Notar520AC From United States of America, joined Jul 2001, 1606 posts, RR: 3
Reply 1, posted (14 years 1 month 2 weeks 6 days 19 hours ago) and read 2065 times:
I have never used the thing in any helicopter, but I from playing with it in the sim it looks like it just inches the main rotor RPM up and down in small incraments. Gee- you guys have a lot of questions I'm gonna have to ask my instructor!
FredT From United Kingdom, joined Feb 2002, 2185 posts, RR: 26
Reply 5, posted (14 years 1 month 2 weeks 5 days 13 hours ago) and read 2052 times:
Time to hit some jet engine literature then!
In a single spool turboshaft engine, the compressor, driveshaft and turbine are all on one axle. In a dual spool, the low pressure compressor, low pressure turbine and driveshaft share one axle while the high pressure turbine and high pressure compressor are on a second one.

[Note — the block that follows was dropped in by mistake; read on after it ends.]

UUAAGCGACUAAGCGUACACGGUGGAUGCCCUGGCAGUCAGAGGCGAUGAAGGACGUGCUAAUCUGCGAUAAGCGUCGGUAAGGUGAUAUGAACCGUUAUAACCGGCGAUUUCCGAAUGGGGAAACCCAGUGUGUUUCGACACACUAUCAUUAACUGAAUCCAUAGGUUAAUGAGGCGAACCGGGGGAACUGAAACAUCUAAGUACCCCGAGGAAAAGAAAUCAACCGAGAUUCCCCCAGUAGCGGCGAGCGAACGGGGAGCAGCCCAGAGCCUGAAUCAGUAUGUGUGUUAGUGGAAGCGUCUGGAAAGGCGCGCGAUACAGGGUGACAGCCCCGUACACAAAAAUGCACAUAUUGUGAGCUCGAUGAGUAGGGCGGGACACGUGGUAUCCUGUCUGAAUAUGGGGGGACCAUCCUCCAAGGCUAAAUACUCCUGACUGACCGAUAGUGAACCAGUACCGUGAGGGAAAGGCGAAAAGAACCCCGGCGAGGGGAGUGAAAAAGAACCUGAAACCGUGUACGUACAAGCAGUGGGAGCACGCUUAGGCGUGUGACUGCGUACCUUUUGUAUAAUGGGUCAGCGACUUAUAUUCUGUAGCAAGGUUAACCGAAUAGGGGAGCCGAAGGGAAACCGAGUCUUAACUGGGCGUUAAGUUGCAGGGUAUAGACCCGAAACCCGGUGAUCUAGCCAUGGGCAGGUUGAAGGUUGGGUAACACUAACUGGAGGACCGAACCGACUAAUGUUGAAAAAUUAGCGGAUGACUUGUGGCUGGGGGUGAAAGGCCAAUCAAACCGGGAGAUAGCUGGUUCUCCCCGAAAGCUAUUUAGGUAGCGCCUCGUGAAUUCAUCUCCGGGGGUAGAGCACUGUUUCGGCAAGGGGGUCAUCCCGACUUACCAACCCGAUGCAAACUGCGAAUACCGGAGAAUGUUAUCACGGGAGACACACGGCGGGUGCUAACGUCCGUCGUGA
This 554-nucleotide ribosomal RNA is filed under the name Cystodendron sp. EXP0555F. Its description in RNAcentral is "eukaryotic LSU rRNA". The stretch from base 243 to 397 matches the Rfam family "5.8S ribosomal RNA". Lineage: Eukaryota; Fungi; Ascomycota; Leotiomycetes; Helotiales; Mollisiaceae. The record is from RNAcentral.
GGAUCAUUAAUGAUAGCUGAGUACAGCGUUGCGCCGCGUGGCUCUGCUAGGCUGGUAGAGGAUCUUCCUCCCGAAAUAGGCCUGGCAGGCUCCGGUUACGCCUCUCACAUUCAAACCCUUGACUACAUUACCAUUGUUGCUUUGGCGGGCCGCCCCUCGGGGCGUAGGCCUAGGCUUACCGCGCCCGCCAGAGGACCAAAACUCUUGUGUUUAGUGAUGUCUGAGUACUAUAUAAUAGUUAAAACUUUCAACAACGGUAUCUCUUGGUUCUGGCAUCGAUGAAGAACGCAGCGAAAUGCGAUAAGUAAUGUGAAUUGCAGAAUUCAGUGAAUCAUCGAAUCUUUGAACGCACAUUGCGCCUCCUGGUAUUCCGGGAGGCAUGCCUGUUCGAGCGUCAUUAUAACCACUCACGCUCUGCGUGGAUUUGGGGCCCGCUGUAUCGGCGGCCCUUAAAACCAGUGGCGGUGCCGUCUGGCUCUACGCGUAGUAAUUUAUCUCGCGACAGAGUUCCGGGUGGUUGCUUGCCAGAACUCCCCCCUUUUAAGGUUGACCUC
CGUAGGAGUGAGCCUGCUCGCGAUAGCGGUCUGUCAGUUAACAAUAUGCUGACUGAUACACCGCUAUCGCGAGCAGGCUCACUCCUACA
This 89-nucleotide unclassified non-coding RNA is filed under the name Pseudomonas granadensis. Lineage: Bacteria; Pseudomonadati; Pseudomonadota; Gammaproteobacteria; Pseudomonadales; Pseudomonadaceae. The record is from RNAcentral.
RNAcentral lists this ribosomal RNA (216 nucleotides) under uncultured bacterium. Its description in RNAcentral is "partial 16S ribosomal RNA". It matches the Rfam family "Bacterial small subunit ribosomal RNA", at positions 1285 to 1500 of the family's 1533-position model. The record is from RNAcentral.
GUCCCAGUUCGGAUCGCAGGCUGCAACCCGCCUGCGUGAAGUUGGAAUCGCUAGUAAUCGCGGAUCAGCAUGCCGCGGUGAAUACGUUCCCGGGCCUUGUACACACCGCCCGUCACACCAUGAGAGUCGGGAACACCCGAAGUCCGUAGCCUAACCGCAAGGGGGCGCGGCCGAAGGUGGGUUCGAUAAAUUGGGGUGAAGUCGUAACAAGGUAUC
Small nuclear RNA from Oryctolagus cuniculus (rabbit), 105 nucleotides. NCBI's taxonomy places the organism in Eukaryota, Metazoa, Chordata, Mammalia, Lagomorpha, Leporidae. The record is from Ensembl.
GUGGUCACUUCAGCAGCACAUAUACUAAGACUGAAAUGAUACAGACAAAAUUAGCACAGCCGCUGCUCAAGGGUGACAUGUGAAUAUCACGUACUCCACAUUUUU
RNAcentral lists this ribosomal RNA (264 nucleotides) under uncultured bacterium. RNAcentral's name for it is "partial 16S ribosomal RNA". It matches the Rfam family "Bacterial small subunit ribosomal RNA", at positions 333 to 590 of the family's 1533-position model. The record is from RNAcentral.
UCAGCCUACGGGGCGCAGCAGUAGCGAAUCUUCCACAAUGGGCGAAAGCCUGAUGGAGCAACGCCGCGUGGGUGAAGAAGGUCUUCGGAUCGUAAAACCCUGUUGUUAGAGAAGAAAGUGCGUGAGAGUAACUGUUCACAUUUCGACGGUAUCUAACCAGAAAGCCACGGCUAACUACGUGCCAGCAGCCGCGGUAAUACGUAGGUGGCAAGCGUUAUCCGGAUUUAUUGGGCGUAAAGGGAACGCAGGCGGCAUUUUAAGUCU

I thought I was doing good trying to avoid those airport hotels... and look at me now.
Ups763 From United States of America, joined Nov 2001, 199 posts, RR: 0
Reply 8, posted (14 years 1 month 1 week 6 days ago) and read 2045 times:
In the R22 there are two needles, Engine and Rotor tach. In normal flight they should be joined at all times and operate at 97-104%. When practicing autos, throttle chops, etc., the trottle is complettley rollled of until you flare. So the needles are not joined during those procedures. When the engine and rotor are not joined the rotor speed has a range of 90%-110%. Anything below 80% your blades stall and thats all she wrote.